Whenever I’m asked to describe Kazakhstan, the first thought that springs to my mind is,”Where do I start?” If you looked at me, a fairly pale white girl writing about geek culture in L.A., you’d probably think I’d lived here my whole life. But I haven’t. Kazakhstan was my home for most of my childhood, and like anyone who’s asked to describe their childhood home, there’s just too many scattered, precious memories for me to give a concise answer on my first try. Luckily for you, this article is written, not spoken.
One of the first things I like to tell people about Kazakhstan is that it is the 9th largest country in the world. They’re often surprised, wondering how they’d never heard of such a large country (unless they watched that god-awful Borat movie). Truth is, Kazakhstan wasn’t doing too much to put itself on the world’s radar until the last few decades. The Kazakhs were a nomadic people. Traveling in groups consisting of a few families they travelled the plains, moving back and forth to summer and winter pastures for their livestock: sheep, goats, camels, and horses. It wasn’t an easy way of life, but thinking back to it brings a sort of nostalgic charm similar to the warm, patriotic feeling I get when I read about American pioneers.
Everything changed when the Soviet Union attacked. The Kazakhs were forced to live on communal farms and abandon their way of life. Many Kazakhs killed their herds rather than let them fall into Soviet hands. Thousands of Kazakhs died of starvation since they weren’t trained to survive in this new lifestyle.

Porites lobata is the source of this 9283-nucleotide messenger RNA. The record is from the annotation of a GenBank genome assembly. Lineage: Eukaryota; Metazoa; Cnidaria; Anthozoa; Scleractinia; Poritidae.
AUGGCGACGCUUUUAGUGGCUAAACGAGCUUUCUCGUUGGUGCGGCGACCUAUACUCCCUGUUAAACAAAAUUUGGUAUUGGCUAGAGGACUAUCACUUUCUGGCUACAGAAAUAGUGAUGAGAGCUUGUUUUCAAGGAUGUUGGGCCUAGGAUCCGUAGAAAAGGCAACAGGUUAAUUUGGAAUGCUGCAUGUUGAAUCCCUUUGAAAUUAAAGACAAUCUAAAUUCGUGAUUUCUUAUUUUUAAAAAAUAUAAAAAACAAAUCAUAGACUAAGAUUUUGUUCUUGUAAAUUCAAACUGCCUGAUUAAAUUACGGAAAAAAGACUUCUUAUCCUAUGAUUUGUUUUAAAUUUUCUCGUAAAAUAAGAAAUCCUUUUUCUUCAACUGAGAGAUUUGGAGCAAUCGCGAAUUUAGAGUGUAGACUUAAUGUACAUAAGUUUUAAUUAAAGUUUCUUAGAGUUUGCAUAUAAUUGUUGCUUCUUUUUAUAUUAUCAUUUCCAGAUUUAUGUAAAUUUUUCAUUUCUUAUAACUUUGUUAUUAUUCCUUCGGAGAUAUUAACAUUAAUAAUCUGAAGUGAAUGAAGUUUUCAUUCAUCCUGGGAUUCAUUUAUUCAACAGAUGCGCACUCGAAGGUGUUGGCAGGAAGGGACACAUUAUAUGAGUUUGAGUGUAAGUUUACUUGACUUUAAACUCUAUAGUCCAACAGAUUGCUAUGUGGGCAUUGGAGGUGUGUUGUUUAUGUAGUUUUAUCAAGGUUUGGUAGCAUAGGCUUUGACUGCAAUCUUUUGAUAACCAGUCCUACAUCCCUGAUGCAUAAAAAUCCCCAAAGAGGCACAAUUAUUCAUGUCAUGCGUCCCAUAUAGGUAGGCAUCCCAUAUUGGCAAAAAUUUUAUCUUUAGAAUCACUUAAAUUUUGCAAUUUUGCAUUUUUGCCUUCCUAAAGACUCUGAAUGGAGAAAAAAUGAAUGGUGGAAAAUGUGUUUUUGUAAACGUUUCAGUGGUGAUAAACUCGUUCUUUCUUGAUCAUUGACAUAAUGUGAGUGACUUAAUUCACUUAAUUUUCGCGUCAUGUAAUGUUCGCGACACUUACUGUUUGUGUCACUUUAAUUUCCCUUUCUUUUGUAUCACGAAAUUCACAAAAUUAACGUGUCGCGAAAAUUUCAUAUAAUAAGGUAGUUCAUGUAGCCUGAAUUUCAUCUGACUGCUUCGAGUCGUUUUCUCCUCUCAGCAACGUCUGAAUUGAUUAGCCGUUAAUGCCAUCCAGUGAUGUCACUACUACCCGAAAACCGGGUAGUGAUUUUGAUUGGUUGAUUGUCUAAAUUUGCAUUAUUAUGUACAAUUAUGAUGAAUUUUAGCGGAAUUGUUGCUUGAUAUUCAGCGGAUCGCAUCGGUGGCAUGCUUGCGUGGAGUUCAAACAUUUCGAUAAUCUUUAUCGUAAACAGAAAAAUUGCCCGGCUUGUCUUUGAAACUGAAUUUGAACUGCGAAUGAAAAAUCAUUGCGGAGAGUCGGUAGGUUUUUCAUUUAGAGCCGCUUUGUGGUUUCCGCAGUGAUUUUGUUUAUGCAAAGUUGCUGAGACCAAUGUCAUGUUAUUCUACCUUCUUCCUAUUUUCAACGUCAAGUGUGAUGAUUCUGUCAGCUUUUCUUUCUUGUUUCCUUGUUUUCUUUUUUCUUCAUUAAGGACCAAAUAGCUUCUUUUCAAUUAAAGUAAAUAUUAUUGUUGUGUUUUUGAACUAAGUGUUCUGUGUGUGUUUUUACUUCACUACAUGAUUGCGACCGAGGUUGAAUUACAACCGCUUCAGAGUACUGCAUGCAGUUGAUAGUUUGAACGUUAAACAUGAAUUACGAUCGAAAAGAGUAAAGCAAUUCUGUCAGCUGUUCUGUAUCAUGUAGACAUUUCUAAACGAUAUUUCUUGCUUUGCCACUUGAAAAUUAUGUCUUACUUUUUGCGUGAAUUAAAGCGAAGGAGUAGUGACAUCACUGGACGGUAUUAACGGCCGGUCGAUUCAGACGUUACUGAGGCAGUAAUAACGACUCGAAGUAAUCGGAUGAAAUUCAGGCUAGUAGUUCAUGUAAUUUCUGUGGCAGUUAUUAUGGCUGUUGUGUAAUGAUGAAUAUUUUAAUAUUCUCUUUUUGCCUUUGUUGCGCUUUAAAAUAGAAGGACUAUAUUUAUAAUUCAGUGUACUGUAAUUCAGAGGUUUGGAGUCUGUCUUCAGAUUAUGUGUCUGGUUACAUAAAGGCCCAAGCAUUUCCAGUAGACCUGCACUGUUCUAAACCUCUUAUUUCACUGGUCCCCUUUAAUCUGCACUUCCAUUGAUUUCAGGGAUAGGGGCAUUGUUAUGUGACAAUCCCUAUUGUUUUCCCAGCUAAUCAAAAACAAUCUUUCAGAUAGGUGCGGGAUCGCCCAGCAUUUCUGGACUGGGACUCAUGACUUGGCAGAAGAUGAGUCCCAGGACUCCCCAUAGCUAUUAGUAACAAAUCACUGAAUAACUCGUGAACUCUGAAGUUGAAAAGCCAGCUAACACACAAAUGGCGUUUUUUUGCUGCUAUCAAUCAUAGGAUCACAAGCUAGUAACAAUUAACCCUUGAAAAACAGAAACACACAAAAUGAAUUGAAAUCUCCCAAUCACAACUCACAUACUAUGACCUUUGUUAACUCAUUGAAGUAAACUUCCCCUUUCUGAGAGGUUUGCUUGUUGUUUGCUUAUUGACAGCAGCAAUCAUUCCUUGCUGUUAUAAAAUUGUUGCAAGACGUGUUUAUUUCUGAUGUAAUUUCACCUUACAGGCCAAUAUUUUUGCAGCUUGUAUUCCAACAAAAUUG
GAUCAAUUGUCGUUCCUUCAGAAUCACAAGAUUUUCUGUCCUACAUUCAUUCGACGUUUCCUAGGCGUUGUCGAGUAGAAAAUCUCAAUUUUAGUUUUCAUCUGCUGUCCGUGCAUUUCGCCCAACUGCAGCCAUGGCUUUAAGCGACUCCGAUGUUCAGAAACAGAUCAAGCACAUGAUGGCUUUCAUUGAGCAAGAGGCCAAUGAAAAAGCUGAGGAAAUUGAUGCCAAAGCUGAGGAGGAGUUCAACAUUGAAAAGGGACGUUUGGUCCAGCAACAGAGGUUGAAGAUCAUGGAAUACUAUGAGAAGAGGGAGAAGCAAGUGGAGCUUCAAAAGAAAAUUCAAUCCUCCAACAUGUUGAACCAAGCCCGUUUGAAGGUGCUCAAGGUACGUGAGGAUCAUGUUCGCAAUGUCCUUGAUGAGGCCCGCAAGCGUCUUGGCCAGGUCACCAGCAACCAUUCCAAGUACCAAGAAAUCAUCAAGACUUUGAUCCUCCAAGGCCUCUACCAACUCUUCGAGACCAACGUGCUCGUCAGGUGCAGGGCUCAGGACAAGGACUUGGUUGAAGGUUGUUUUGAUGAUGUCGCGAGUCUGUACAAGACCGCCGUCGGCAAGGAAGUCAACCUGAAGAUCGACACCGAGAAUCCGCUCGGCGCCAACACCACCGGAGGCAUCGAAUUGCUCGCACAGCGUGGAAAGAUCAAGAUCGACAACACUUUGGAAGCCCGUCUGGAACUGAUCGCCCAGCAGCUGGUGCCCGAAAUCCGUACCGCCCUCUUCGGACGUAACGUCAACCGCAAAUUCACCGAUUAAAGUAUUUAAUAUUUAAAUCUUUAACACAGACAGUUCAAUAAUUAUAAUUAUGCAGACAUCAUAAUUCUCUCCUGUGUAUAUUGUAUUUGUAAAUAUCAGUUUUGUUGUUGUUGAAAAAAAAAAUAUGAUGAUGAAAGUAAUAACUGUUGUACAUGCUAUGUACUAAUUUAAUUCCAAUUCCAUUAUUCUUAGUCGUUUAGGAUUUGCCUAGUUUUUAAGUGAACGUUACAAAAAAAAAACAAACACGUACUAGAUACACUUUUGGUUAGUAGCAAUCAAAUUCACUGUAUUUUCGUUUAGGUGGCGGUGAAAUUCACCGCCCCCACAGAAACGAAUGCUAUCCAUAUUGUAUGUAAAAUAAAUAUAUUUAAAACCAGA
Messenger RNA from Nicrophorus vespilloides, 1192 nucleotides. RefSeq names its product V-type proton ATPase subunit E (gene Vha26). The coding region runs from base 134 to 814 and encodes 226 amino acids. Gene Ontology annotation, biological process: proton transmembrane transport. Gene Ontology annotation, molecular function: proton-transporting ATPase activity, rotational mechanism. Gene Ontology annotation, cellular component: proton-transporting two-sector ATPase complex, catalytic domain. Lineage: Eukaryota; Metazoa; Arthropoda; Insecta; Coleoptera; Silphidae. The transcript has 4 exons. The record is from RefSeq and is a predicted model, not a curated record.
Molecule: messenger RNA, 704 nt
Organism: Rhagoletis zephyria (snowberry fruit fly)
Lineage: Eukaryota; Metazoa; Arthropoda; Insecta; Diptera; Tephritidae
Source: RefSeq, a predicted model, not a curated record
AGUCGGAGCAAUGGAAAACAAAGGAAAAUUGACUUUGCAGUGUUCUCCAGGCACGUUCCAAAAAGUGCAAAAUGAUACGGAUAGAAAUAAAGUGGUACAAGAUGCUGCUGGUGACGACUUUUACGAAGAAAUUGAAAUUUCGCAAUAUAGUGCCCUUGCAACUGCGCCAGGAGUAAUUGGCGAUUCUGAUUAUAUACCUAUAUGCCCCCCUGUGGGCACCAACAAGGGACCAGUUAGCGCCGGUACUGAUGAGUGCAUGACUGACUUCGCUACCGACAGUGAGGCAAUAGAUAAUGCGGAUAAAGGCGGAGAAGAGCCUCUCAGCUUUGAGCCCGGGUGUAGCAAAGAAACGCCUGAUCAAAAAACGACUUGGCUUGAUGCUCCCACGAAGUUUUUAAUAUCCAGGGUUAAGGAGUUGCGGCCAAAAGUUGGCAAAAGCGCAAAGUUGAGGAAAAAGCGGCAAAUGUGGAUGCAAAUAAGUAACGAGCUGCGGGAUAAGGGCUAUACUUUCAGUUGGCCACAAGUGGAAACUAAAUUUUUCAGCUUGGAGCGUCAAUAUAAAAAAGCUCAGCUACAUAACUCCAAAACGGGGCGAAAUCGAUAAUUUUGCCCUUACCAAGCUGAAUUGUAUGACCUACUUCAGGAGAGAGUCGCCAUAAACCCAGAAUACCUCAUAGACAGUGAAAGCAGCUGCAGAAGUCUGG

Kazakhstan declared its independence in December 16, 1991. Even though that wasn’t that long ago, Kazakhstan has accomplished much in that time. The country is rich in oil and other natural resources which has helped it gain a strong presence on the global market. Kazakhs are forward-thinking and want their country to be admired for being just as technologically advanced as many Western nations. At the same time, Kazakhs are proud of their heritage and traditions, holding their families and blood ties above all else. Community means a great deal to Kazakhs, since with the decline of the Soviet Union and the previous government, many know firsthand that they cannot necessarily rely on the powers that be.
Kazakhstan is a beautiful country. The Tien Shan mountain range is one of the most stunning things I have ever laid eyes on. There’s a great variety in terrain as well, from plains and the steppe to deserts to canyons to beautiful valleys like the one Almaty (my hometown) is nestled in. It’s a great tourist destination year-round, with great skiing in the winter and beautiful mountain trails to walk along in the summer. Kazakh culture is bright and vibrant and the people are friendly, especially if you come to visit their homes. Hospitality is very important to Kazakhs, and they know how to do it right.
Whether you’re searching for somewhere exciting and enjoyable to visit or just want a bunch of fun trivia to wow people with, Kazakhstan is a great place to learn about. This is an amazing country with a rich history, and for me it holds a special place in my heart, forming part of the foundation of who I am.
Алға, Қазақстан! *